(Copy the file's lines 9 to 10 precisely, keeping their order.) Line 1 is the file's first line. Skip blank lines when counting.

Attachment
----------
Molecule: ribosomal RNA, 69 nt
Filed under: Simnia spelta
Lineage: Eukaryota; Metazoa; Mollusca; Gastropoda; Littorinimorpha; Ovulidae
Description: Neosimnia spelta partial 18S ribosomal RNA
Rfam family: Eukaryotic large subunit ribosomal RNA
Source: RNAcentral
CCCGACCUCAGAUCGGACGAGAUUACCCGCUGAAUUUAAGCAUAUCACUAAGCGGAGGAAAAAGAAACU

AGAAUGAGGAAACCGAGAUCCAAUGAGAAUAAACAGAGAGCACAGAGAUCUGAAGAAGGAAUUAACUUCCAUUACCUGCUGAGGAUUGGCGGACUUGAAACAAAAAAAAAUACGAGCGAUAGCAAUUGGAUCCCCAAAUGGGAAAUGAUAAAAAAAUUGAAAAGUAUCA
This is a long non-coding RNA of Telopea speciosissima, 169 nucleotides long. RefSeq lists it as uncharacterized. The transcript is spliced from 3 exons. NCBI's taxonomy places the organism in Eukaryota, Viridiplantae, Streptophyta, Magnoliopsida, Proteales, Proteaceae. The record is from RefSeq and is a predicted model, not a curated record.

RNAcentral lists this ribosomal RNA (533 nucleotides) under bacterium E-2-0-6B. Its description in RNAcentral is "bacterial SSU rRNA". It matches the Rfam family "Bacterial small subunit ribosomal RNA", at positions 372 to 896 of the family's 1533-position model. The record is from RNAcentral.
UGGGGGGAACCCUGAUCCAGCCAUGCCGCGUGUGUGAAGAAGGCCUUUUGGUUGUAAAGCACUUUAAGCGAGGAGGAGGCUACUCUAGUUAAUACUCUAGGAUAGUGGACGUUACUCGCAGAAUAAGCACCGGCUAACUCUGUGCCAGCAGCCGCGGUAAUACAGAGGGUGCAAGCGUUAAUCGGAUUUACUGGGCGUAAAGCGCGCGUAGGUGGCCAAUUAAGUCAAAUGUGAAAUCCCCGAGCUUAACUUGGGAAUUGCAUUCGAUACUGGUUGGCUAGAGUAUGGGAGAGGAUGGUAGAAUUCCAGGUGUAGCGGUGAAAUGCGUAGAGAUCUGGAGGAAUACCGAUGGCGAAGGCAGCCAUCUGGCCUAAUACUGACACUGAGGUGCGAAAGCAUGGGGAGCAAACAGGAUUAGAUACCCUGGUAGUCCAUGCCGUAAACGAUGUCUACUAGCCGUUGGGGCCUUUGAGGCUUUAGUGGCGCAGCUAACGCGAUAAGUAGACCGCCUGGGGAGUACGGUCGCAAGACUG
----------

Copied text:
This is a long non-coding RNA of Telopea speciosissima, 169 nucleotides long. RefSeq lists it as uncharacterized. The transcript is spliced from 3 exons. NCBI's taxonomy places the organism in Eukaryota, Viridiplantae, Streptophyta, Magnoliopsida, Proteales, Proteaceae. The record is from RefSeq and is a predicted model, not a curated record.

RNAcentral lists this ribosomal RNA (533 nucleotides) under bacterium E-2-0-6B. Its description in RNAcentral is "bacterial SSU rRNA". It matches the Rfam family "Bacterial small subunit ribosomal RNA", at positions 372 to 896 of the family's 1533-position model. The record is from RNAcentral.